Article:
While not as lucrative as a mailing list, a strong social media following is a great way to support your books and build your author network while having fun. These days, a variety of platforms available mean you can go any direction you wish to in social media and focus on creating posts you enjoy to a culture you already love.
A large group of followers is critical, but it’s easy to get lost when you’re still setting up your account. The good news is that many strategies apply the same to different platforms, so once you master one it should be easy to branch out and get started somewhere else.
The key is to know your platform, understand the basics of social media courtesy, and work strategically to attract a crowd uniquely interested in your books.
1. Know the platform. Every social media platform has its own culture, personality, and quirks. Facebook has a style all of its own—so do Twitter, Instagram, TikTok and Reddit. If you’re a member of any of these sites, you probably love it for something unique it has that other social media hubs lack. When you’re building your following, keep in mind the unique aspects of your platform and how you could spin them to your advantage.
2. Follow the trends. Social media users are infamous for having short attention spans, so you need to by dynamic and involved if you want to keep up with the pace. Watch for trends in hashtags or various challenges and play along. This will make your account more engaging, more active, and more human to your followers.
3. Create and use hashtags. Some social media sites (like Reddit) don’t use hashtags at all. Others include more hashtags than content (Instagram, anyone?). In most cases, you can set your branding above the competition by knowing which hashtags to use and even creating one of your own, encouraging everyone interested in that hashtag to check out your work. You can read more about hashtag marketing in my post here.
Social Media Courtesy
4. Follow back. The easiest way to grow your following is to follow others, but it’s also a good idea to follow back when someone follows you. Twitter frequently has following events to encourage people to follow others, such as #FollowFriday. When you follow people back, you enlarge your own circles while giving a subtle thanks to everyone who is following you.
5. Update frequently. How often you post changes from platform to platform. On Facebook, you can get by with a few posts a week, but Instagram users often post multiple times per day. Regardless your favorite hangout, you need to stay active and regular to show readers that you’re still at work. This is one reason why it’s best to stick to only one or two platforms that you actually enjoy using. Share your progress, goals, and random thoughts as they come to you.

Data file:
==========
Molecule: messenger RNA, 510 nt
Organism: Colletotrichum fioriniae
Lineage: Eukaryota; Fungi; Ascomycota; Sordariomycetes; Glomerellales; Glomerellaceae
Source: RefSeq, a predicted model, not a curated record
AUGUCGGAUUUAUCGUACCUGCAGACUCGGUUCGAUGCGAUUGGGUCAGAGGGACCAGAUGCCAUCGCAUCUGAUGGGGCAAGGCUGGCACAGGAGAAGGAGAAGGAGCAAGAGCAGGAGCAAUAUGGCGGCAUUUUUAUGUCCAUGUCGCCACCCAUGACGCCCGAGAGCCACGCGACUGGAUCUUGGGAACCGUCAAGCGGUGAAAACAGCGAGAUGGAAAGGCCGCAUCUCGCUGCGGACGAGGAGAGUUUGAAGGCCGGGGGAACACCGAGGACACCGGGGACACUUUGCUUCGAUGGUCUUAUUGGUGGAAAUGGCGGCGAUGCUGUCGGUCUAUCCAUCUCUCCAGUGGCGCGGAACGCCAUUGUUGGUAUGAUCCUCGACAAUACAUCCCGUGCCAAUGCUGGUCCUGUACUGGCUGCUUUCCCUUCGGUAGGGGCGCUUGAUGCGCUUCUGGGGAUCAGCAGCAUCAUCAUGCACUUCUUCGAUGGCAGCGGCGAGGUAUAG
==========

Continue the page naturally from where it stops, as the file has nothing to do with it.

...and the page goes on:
6. Contribute and add value to conversations. You don’t want to spam people, and if you stand in a corner by yourself shouting your book out to the mobs, no one will pay any attention. One key to a healthy social media following is to add value to the discussions already in place. Congratulate other authors on their success and join related groups. A good comment or reply to a post should be at least five words and say something more detailed than “Nice cover!”--take others seriously, and it will come around back to you.
7. Share content from others. Keeping an active stream of posts up gets exhausting sometimes. Fortunately, it’s good (even recommended) that you share posts written by others. You can choose to add your own thoughts to them or just share them as is. The original posters will enjoy the publicity, and you get to enjoy having more things to post, making this a win-win.
8. Be genuine. If you’re not a natural-born marketer, don’t fake it. A critical element of social media success comes down to being genuine about your posts. Share your journey. Share your weaknesses as well as your wins, your stray thoughts and personality quirks. When it comes to talking about your books, you can get personal too. What is it about your current WIP that means the most to you? Why do you pursue it? The more personal you can make your book, the more weight it will carry to your followers.
Forming Your Strategy
9. Be visual. Social media has grown increasingly image-based over the past decade, and if you want your posts to pop, a picture is an easy way to do it. You don’t need to be a champion artist, either. Tools like BookBrush, Canva, and AllAuthor have easily customizable layouts to create your own promo images featuring your book cover
10. Be intentional about your profile. Your profile page is where people will look when they want to learn more about you or connect. Take advantage of everything offered: header images, links, pinned posts, etc. Change this information as often as you need to stay fresh and current with your projects and give a good view of where you’re currently at.
11. Run a giveaway or group promo. Fans on social media usually aren’t looking to spend money. That makes it tricky when your whole goal of getting an account is to make sales, but it does explain why so many “Please buy my book!” posts fail. However, if you promote something that will be free for readers (like a giveaway or free promo day), you’ll get many more people coming out of the woodwork and much better engagement.
12. Follow the competition. In self-publishing, your competition authors are also your peers. When you follow them, you can learn their strategies and schedules and better merge your two followings. Always be friendly and polite, and feel free to offer support and be a fan of as many writers as you want.
As always, you can sign up to comment in the section below, or click on the blue button to join my Facebook group for self-publishing fiction authors.